Roger and Dolly (I)
DESCRIPTION: Roger taps Dolly's window; she won't let him in. He asks if he has a rival. She won't deny it. He starts to drown himself but, in the water, thinks better of it. Dolly wants Roger to return but he finds another lover. Dolly fears she will die an old maid.
EARLIEST DATE: 1750 (Ramsay); 1886 (Halliwell: nursery rhyme version)
KEYWORDS: courting rejection farming
FOUND IN: Britain(England)
REFERENCES (3 citations):
Opie-Oxford2 456, "Young Roger came tapping at Dolly's Window" (1 text)
ADDITIONAL: Allan Ramsay, The Tea-Table Miscellany: or, A Collection of Scots Sangs (in four vols) (London, 1750 (eleventh edition) ("Digitized by Google")), (Vol. IV,) pp. 370-372, "Roger's Courtship" ("Young Roger came tapping At Dolly's window") (1 text)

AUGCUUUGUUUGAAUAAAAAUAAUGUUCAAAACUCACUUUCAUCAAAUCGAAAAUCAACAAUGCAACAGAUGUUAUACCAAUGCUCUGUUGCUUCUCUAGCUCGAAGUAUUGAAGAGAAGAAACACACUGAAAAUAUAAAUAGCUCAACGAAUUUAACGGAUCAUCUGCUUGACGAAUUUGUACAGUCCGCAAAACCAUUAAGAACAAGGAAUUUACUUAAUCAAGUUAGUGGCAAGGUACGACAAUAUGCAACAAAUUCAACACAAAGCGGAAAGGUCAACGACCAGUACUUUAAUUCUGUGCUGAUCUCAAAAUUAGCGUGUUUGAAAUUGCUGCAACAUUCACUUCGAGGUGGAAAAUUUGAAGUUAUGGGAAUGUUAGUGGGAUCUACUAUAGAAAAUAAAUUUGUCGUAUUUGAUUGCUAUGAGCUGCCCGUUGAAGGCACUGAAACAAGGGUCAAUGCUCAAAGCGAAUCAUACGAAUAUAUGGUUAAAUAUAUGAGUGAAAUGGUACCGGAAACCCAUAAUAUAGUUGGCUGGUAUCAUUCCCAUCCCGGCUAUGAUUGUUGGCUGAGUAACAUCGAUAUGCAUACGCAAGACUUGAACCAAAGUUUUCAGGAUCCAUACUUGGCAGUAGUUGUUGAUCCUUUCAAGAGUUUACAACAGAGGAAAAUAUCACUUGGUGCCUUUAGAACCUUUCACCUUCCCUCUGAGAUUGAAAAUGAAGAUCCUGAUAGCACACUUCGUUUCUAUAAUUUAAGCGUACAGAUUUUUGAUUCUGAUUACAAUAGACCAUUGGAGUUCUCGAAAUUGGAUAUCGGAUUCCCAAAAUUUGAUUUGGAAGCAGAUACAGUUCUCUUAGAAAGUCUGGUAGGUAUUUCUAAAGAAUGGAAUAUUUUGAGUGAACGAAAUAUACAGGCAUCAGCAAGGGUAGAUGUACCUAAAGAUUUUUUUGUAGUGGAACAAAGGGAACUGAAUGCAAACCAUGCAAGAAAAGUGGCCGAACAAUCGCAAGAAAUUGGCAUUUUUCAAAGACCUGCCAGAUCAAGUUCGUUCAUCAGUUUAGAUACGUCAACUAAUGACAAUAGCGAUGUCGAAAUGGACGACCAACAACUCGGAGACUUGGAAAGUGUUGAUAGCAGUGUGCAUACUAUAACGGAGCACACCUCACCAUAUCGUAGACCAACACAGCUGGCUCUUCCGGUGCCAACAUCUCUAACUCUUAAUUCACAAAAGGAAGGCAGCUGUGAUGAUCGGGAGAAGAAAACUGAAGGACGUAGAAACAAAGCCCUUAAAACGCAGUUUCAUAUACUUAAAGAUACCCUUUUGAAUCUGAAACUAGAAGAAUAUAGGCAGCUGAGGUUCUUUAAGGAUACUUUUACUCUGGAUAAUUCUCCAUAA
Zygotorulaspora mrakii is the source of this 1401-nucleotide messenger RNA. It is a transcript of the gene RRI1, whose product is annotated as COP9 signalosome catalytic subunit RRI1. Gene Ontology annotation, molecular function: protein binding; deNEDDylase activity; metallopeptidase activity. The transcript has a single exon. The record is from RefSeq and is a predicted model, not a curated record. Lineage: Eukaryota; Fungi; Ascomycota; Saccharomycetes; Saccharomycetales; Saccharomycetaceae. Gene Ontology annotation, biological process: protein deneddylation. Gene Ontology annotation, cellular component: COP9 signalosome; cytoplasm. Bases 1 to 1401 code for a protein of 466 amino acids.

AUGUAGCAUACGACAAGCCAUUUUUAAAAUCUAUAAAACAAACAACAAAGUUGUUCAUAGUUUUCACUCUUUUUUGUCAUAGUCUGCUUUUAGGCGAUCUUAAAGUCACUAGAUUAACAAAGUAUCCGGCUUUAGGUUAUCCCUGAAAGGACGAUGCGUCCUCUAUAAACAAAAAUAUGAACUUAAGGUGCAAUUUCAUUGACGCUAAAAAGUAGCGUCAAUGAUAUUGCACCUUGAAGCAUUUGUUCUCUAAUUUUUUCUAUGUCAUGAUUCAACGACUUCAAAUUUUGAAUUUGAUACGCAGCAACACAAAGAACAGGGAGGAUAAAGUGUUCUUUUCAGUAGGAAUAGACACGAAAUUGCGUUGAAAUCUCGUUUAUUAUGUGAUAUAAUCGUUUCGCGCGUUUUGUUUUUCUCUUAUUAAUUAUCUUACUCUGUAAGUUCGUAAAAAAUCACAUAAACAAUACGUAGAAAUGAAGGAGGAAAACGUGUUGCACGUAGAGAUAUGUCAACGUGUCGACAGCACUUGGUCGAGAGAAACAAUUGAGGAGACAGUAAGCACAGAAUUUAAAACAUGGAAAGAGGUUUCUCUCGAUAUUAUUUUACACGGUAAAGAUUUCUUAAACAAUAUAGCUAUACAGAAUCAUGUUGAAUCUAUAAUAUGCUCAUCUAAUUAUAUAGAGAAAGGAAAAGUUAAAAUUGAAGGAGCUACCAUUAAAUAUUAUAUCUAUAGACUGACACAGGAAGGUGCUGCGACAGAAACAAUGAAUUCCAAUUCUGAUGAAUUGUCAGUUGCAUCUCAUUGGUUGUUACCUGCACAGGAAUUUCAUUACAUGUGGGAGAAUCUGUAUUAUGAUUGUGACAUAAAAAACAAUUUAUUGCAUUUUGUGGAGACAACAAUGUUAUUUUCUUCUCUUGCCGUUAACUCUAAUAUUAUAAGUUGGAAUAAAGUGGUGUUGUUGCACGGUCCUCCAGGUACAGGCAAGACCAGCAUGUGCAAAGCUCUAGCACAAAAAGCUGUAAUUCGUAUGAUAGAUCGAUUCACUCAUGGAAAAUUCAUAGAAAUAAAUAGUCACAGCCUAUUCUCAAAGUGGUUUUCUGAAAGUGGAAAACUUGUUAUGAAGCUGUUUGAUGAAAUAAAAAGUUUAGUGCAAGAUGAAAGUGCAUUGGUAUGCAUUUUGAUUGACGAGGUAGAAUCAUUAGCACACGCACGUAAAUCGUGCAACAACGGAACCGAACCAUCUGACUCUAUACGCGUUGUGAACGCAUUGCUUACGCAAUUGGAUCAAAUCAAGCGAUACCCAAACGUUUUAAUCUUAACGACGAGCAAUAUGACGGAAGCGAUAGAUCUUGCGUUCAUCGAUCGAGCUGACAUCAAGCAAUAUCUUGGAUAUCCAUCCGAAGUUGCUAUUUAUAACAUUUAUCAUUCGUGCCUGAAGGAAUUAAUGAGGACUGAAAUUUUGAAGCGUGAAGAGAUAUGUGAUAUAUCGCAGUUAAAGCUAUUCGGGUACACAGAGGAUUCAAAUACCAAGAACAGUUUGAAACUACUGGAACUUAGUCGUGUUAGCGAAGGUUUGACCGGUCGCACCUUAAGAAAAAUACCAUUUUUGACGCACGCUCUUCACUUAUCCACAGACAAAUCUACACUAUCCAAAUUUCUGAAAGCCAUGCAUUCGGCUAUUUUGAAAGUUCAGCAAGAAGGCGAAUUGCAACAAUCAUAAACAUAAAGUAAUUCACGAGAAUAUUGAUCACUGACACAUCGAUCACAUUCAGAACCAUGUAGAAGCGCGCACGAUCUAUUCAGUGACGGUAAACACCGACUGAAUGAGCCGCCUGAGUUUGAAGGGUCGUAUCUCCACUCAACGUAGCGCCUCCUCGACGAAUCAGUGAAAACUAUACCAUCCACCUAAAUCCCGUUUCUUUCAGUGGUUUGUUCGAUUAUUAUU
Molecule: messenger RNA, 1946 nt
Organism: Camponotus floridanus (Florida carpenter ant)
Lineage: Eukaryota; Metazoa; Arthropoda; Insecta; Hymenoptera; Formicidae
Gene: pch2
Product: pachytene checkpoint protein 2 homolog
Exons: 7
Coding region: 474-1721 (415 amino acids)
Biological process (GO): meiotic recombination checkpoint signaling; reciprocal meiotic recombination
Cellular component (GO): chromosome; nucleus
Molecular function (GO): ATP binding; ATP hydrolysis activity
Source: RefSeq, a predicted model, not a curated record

James Orchard Halliwell, The Nursery Rhymes of England (London, 1886 ("Digitized by Google")), #471 p. 238, ("Young Roger came tapping at Dolly's window") (1 text)
NOTES: The nursery rhyme version is the first verse of Ramsay's: Roger taps Dolly's window; she won't let him in.
See "Roger and Dolly" (II) for a similar story. - BS
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